public String toJdbcConnectionString() {
    final String database = checkNotNull(this.database, "Missing database.");
    return String.format("jdbc:sqlite:%s", database);

 

Save and close the file.

Editing The Plug-in ARP File

This file is used to modify the SQL queries that are sent to the JDBC driver, here we will indicate what are the different data types supported as well as SQL functions supported by the datasource. It is a good practice to check the datasource’s documentation to look for this information. You can see the original file here.

In lines 19, and 20 we indicate the name of the API as well as the datasource that we will use.

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metadata:
  # Manually Configured Metadata Section.
  name: SQLITE
  apiname: sqlite
  spec_version: '1'

The syntax section allows for specifying some general syntax items like the identifier quote character.

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syntax:
  # Manually Configured Syntax Section.
  identifier_quote: '"'
  identifier_length_limit: 128
  allows_boolean_literal: false
  map_boolean_literal_to_bit: false
  supports_catalogs: false
  supports_schemas: false

 

Now we can move on to the data_types section, this part of the file outlines which data types are supported by the plugin, their names as they appear in the JDBC driver, and how they map to Dremio types. You will need to refer to your data source’s documentation to complete the mapping.

First we will do the basic mappings for numeric types, date types and string types. We will list some of them here, you can refer to the final YAML file to see all of them.

Data types:

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data_types:
  mappings:
  # Manually Configured Data Types Mappings Section.
  - source:
      name: "INTEGER"
    dremio:
      name: "integer"
    required_cast_arguments: "none"
  - source:
      name: "REAL"
    dremio:
      name: "double"
    required_cast_arguments: "none"
  - source:
      name: "VARCHAR"
    dremio:
      name: "varchar"
    required_cast_arguments: "none"

 

Building The Connector

Now that we have all the files ready, we will go to the final step of creating the ARP connector. Before continuing, make sure your connector directory contains the following files in the appropriate paths:

  • Pom.xml
  • Readme.md
  • Src (folder) ->Main->Resources->Arp->Implementation->sqlite-arp.yaml
  • Scr->Main->Java->Com->dremio->exec->store->jdbc->conf->SqliteConf.java

Now, verify that Maven is installed on your computer. Once ready using the terminal, navigate to the directory where the pom, readme and src files are located and run the following command:

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mvn clean install

After a few minutes, you will see a Build Success message on the terminal, and also there will be a Target directory created in your current working path.

If there are any errors in the build, Maven will display the exact location of the issue so you can troubleshoot it, once ready simply save the file and run the build command again.

Installing The Connector

First, make sure Dremio is not running, then, from the target **directory, copy the **.jar file and place it inside the /$DREMIO_HOME/jars directory. Additionally, move the JDBC driver to the /$DREMIO_HOME/jars/3rdparty directory. Start and log in in Dremio.

Inside Dremio, click on the plus sign to add a new Data source

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Select SQLite from the list of available sources.

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Add the connection and authentication parameters and click save.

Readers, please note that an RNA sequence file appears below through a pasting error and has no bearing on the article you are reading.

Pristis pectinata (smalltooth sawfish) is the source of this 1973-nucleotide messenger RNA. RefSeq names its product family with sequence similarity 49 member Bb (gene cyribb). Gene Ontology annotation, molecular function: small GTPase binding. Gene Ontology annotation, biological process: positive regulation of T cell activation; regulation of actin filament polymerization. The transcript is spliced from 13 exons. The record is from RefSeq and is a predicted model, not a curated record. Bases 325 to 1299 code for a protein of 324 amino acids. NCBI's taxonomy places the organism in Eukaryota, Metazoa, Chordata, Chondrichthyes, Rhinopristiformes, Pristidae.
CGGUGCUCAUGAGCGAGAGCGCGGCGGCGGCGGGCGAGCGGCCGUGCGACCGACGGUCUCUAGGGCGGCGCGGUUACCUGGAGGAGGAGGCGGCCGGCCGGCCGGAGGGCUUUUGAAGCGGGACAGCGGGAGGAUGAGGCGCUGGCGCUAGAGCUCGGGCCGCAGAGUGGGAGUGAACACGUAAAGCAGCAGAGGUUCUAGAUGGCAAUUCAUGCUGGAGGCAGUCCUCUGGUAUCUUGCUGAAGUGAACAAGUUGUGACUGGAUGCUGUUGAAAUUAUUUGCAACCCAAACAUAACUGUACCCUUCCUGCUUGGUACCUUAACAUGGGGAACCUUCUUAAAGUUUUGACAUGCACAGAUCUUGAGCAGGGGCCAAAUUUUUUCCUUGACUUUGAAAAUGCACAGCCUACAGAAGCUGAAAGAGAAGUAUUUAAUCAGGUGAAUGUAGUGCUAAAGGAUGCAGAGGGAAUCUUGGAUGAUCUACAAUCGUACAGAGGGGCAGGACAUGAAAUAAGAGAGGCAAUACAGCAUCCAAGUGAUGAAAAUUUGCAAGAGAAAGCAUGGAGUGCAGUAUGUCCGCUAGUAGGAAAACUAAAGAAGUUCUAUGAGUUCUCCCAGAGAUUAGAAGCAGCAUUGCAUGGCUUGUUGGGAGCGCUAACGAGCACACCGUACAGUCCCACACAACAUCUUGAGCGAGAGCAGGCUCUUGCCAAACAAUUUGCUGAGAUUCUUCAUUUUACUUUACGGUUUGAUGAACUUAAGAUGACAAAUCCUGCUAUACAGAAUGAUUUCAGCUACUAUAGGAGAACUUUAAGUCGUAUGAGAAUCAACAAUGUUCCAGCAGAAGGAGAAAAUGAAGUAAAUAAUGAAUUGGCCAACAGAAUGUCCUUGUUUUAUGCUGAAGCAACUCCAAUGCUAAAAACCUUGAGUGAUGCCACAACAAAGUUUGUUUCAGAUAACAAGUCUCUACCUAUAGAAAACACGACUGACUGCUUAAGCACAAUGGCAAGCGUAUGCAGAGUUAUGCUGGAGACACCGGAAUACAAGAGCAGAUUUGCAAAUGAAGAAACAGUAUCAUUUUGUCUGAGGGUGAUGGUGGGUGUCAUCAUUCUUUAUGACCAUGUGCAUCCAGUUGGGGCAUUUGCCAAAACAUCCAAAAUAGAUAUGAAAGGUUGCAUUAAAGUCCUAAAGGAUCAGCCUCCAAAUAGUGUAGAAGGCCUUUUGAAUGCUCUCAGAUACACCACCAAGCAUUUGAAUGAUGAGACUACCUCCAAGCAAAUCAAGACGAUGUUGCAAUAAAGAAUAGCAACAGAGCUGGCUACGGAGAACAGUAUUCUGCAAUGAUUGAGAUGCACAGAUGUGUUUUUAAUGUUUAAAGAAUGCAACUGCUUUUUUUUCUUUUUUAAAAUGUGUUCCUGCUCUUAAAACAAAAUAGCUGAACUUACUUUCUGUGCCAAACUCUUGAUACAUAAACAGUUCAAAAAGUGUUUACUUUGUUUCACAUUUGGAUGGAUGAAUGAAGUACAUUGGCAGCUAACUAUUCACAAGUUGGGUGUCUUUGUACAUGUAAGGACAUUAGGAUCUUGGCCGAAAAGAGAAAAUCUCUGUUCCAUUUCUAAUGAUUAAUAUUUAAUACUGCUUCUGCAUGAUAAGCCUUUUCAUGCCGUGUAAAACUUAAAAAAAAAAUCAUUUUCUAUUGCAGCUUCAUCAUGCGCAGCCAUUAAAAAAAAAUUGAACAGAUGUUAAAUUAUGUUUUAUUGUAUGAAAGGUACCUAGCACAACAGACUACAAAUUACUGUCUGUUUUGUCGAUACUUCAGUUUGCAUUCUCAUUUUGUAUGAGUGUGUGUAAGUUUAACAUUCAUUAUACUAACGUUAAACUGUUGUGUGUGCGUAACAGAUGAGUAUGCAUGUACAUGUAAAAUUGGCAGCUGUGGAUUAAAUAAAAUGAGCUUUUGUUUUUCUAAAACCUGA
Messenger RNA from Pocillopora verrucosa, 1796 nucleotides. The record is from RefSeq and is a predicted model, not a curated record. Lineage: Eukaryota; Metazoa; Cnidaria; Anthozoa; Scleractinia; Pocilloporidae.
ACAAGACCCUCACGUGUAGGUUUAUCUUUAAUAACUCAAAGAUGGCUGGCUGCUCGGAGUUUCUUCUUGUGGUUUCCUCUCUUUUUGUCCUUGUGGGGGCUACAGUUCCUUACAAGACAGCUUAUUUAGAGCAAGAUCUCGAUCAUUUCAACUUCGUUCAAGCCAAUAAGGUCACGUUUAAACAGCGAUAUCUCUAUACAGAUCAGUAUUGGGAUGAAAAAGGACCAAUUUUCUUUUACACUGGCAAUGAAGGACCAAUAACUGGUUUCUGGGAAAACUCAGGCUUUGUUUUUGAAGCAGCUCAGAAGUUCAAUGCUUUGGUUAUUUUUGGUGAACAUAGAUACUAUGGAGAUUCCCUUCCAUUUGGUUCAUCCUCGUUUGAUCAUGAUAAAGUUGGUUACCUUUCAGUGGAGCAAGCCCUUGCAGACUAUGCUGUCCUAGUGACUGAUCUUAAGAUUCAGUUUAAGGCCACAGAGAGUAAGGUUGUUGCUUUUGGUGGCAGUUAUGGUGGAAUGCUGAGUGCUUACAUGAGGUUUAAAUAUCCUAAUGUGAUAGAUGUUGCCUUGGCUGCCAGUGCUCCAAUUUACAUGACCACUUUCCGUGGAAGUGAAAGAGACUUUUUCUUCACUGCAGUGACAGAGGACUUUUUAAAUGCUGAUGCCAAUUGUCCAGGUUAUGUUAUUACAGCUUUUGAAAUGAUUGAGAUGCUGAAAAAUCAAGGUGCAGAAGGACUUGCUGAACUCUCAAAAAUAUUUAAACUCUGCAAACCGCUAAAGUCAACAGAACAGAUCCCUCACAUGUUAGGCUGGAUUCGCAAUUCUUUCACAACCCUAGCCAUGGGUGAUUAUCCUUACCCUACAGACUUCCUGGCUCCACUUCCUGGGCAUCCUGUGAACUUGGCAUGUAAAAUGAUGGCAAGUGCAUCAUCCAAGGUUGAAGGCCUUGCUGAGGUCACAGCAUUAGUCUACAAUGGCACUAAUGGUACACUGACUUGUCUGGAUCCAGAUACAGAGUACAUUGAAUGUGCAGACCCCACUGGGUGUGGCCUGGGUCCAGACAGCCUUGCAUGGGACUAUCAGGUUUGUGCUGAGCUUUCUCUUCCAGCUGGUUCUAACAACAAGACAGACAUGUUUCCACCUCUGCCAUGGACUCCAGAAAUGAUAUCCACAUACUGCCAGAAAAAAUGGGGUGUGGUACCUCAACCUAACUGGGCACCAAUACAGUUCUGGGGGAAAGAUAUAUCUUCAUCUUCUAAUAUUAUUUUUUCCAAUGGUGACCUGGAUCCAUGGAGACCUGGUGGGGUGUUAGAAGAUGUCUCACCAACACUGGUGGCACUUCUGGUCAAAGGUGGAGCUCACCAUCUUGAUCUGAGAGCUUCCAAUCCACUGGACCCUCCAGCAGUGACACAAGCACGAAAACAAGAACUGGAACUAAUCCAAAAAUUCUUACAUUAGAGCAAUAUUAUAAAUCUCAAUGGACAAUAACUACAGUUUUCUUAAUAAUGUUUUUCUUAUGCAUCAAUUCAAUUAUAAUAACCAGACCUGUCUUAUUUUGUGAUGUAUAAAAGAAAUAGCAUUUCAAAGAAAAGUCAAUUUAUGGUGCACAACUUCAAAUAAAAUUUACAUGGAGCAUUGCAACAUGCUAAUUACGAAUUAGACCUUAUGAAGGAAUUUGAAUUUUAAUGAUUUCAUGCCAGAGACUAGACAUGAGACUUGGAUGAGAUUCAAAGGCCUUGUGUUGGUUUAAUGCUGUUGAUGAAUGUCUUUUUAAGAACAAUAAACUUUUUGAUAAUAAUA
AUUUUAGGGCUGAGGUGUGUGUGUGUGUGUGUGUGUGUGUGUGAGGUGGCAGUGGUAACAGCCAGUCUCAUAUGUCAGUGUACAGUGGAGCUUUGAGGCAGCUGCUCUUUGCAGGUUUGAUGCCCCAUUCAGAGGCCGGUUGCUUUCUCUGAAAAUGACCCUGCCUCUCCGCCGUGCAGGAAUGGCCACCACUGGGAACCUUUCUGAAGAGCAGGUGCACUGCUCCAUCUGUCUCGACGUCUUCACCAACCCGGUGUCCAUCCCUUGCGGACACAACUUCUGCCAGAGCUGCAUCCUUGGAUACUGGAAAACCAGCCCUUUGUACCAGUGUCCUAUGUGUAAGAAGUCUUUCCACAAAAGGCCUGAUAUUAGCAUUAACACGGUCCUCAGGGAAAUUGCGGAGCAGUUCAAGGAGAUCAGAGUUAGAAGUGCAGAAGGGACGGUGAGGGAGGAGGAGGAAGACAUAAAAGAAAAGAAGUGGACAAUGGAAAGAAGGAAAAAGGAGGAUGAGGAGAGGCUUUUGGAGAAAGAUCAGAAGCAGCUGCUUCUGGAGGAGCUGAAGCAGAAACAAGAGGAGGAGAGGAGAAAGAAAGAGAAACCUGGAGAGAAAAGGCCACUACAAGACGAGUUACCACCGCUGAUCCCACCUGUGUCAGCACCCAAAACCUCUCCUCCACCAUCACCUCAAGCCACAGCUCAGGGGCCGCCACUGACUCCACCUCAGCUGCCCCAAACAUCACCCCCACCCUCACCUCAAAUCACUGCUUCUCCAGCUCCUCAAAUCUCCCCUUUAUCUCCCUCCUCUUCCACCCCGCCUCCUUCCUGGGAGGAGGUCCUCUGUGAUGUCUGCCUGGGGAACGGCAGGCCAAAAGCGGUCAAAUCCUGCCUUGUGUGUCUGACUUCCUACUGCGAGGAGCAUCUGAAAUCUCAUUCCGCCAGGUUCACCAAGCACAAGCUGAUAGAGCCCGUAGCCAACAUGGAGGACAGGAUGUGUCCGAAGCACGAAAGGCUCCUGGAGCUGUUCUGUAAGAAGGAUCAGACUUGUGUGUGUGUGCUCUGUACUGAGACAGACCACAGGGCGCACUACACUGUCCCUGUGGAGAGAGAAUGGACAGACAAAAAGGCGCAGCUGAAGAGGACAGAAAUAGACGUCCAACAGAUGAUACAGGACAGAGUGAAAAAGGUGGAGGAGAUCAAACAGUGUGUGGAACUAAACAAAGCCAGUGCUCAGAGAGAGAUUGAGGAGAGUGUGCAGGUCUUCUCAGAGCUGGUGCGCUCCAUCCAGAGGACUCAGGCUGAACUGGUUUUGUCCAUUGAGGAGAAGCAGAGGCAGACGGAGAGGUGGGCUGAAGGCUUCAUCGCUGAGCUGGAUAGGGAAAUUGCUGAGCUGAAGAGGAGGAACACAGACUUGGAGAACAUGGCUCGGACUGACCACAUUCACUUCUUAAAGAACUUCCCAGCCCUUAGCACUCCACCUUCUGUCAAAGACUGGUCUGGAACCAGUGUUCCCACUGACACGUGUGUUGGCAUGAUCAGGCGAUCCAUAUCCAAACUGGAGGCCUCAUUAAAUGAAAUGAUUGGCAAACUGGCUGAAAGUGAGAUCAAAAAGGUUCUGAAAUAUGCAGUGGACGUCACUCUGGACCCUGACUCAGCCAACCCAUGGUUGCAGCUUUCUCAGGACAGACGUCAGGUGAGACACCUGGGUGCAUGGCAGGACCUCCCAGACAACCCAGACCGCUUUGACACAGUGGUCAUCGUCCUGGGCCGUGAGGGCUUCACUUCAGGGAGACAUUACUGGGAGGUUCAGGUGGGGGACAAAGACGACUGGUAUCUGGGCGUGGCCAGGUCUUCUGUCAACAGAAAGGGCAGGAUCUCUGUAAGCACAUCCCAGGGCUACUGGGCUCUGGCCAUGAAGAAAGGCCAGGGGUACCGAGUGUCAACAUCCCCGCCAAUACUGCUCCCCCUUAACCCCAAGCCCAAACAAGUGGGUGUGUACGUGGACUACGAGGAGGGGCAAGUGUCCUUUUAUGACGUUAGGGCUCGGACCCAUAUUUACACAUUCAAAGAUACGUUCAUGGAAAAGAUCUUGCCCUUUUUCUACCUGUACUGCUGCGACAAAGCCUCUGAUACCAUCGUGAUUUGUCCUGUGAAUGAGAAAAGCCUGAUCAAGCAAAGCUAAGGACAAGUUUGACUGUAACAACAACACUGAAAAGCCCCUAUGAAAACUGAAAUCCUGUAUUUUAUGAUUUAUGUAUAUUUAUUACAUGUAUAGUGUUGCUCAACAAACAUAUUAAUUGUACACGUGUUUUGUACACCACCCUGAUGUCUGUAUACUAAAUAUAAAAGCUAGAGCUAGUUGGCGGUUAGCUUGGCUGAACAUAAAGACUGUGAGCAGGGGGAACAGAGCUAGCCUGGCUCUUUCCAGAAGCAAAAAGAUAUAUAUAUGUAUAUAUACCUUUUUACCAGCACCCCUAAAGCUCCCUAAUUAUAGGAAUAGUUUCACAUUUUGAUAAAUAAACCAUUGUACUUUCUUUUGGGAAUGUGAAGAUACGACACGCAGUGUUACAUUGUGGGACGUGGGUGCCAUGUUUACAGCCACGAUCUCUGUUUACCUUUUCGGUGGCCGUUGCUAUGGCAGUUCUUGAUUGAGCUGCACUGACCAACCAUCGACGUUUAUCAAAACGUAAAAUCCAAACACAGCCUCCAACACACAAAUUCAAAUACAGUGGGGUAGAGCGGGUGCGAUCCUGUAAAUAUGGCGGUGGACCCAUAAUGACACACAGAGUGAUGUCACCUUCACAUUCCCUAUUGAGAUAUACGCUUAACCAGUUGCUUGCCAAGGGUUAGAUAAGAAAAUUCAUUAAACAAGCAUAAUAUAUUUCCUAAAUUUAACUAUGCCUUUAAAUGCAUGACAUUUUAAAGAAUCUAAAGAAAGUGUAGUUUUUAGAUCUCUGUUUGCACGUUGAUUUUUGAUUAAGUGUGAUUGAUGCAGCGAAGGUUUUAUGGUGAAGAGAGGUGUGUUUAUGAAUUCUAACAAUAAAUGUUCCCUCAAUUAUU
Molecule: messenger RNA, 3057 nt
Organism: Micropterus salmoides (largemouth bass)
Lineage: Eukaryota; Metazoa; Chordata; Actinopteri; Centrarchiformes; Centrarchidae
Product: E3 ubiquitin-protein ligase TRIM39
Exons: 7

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If everything went well, you should be able to see the directories inside your data source.

Things that could go wrong

While this method is very straightforward, there is always the possibility that something might need certain level of troubleshooting. Here are some of the common issues that you might encounter and how to solve them.

When running the mvn clean install **command, you might see the following error on your terminal. This means that something is not ok with the **[your source]Conf.java file.

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Thankfully, Maven is good about pinpointing the coordinates (line and character, issue, and file causing it) of where the issue is located.

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These are some of the things to look for in the [your source]Conf.java file:

  • Double check that the private static final String DRIVER = contains the correct JDBC class for the data source that you are working with.
  • Check that the @DisplayMetadata variable names (username, password, etc) are uniform across the entire file.
  • Make sure that the JDBC string is correctly built

Pushdown Failures

To debug pushdowns for queries, open the logback.xml **file located in the **dremio/conf directory and add the following lines:

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<logger name="com.dremio.exec.store.jdbc">
    <level value="${dremio.log.level:-trace}"/>
  </logger>

After running queries, you might notice lines in the server.log file like the following:

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- 2019-07-11 18:56:24,001 [22d879a7-ce3d-f2ca-f380-005a88865700/0:foreman-planning] DEBUG c.d.e.store.jdbc.dialect.arp.ArpYaml - Operator / not supported. Aborting pushdown.

To troubleshoot aborted pushdowns, always refer to the [your source]-arp.yaml and double check your data source’s documentation to make sure the supported SQL functions are listed correctly.

Conclusion

In earlier versions of Dremio each connector was developed on an independent code path. Starting in Dremio 3.0 we have developed an all-new declarative framework (ARP) for developing relational connectors. This allows us to standardize on a single code base that is now more efficient, provides better push-down abilities, and is easier for us to maintain.

In this tutorial we walked through the steps of developing a custom ARP connector for SQLite, we also highlighted what are some of the issues that users may come across when developing the connector and how to solve them.

We hope you find this tutorial useful, stay tuned to learn more about how Dremio can help you gain insights from your data, faster.